In 1996, A co-worker and I took the train to Eugene, Oregon for the grand opening of a new warehouse and manufacturing facility for Burley Design Cooperative. Burley was still a co-op in those days; its one hundred worker-owners handled every aspect of manufacturing and management of the business.
During the tour of the new facility, Roger and I were shown the wheel-building department, a large corner of the building given over entirely to rims, spokes and hubs and the systems needed to build and true them. What we saw there blew our minds: after initial, loose lacing by three workers seated at a large round counter, each wheel was then placed on a conveyor belt which led it to a large machine that proceeded to tension and true each wheel using computerized arms with spoke wrenches on the ends. I had recently learned how to build wheels from scratch at Citybikes, where I was still something of an apprentice mechanic at the time. Seeing these machines do what I had understood as a human-based craft. I looked on the scene with equal parts fascination, awe and horror. Turning to Roger, I asked, "why did you just spend two days teaching me how to build a wheel?"
Roger told me not to worry. He believed that many customers would still pay more for a human-made "craft-built" custom wheel. And years later, I can tell you that he was right.
The fact is, machine-built wheels DO save time, and at the lower end of the scale, they also save money. But a wheel that is strong enough to carry a large rider and/or a heavy load stays true longer, and is more durable, than a cheap machine-built wheel. Over the next fifteen years I would watch -- and eventually educate -- a steady stream of overweight American recreational riders, who would whine when told that their thirty-dollar wheel simply wasn't strong enough to support their weight; sigh, and then hand over the hundred dollars or more that it would cost to build them a much stronger custom wheel.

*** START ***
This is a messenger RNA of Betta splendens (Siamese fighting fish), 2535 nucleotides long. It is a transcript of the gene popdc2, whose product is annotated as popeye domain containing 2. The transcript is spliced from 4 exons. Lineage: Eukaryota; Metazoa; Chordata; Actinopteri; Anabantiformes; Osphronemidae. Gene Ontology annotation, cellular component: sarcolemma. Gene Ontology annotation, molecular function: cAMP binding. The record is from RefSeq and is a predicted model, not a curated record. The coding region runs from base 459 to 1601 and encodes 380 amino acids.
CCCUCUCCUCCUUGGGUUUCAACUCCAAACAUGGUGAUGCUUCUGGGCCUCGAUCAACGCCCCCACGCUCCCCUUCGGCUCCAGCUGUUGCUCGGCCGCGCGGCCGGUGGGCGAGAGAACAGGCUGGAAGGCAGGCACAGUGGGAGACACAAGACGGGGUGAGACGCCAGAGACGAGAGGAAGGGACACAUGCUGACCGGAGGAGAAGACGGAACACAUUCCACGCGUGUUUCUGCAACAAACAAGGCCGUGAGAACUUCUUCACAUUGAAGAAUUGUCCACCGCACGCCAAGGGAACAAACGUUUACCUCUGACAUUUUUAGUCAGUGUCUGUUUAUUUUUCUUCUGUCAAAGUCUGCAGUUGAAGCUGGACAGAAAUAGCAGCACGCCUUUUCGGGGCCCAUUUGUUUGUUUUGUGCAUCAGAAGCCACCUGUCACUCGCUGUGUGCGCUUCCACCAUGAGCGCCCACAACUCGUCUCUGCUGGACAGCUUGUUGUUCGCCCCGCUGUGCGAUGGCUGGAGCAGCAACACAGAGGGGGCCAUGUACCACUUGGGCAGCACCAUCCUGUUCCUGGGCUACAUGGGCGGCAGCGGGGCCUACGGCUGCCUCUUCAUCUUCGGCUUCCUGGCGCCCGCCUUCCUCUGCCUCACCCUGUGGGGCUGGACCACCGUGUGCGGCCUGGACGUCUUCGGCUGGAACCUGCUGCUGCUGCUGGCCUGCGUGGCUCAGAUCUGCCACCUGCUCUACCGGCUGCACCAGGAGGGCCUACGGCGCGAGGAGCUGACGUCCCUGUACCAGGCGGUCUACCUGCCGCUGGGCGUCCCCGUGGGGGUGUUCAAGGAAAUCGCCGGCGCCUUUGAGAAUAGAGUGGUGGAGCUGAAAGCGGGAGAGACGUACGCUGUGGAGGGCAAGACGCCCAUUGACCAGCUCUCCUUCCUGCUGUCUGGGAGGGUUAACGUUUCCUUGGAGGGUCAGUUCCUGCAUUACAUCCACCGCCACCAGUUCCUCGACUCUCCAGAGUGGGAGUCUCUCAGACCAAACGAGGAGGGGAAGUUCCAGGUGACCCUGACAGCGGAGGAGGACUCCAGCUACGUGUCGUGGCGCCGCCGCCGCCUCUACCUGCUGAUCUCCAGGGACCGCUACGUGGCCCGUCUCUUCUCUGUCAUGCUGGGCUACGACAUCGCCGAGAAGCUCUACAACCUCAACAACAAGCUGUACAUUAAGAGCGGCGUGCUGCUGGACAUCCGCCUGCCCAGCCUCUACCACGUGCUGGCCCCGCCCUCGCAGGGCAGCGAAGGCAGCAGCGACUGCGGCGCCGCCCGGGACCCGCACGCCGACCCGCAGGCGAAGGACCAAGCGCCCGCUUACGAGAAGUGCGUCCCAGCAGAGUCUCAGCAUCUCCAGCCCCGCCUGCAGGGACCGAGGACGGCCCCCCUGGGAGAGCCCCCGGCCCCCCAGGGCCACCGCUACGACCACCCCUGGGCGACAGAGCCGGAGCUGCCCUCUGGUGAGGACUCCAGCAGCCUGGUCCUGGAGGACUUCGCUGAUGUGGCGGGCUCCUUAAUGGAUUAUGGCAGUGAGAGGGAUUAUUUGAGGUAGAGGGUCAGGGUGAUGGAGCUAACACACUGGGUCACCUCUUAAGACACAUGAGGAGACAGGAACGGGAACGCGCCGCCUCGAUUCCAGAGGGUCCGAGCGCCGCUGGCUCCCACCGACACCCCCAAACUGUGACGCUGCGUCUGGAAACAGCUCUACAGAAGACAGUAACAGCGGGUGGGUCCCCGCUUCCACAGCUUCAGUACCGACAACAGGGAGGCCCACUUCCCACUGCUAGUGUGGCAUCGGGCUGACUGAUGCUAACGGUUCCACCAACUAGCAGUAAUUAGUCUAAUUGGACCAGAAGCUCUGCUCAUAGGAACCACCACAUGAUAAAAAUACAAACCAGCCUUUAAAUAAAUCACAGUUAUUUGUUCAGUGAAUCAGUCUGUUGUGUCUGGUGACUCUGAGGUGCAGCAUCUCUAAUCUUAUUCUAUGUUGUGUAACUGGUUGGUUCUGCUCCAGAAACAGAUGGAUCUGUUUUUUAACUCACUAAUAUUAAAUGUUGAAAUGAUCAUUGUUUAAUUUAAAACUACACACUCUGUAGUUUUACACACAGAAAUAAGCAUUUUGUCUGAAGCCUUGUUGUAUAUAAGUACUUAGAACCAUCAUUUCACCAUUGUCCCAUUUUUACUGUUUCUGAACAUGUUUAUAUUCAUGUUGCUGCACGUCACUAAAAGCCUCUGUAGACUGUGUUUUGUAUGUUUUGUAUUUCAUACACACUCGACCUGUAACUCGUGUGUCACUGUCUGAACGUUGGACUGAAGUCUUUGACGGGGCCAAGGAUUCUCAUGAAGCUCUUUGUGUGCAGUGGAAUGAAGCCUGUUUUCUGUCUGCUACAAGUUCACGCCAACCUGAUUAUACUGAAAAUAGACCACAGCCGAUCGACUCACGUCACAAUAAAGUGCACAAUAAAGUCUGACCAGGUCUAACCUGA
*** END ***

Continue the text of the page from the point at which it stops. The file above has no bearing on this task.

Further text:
The other fac of life is that, while most shops still sell factory-built wheels -- and many of these now use higher-end parts -- when the wheels arrive at the shop someone still has to spot-check and true them before they can be put out for sale. In otherwords, the final test of a wheel's quality is still up to a skilled human mechanic. Think about that the next time you hear how machine-made products are not only cheaper, but better, than human-made products. That's not always the case.
So when I recently saw this being offered up on eBay, I was surprised, and then amused.
This is exactly what the wheel machines at Burley looked like. And here was someone who was shutting down their manufacturing business, selling off these now-older machines.
Meanwhile, I still know how to build wheels from scratch. Forgive me if I'm feeling a little smug right now, but once again human-based skill reigns supreme.
Go to your local bike shop today and hug your mechanics. Or at least bring them a treat.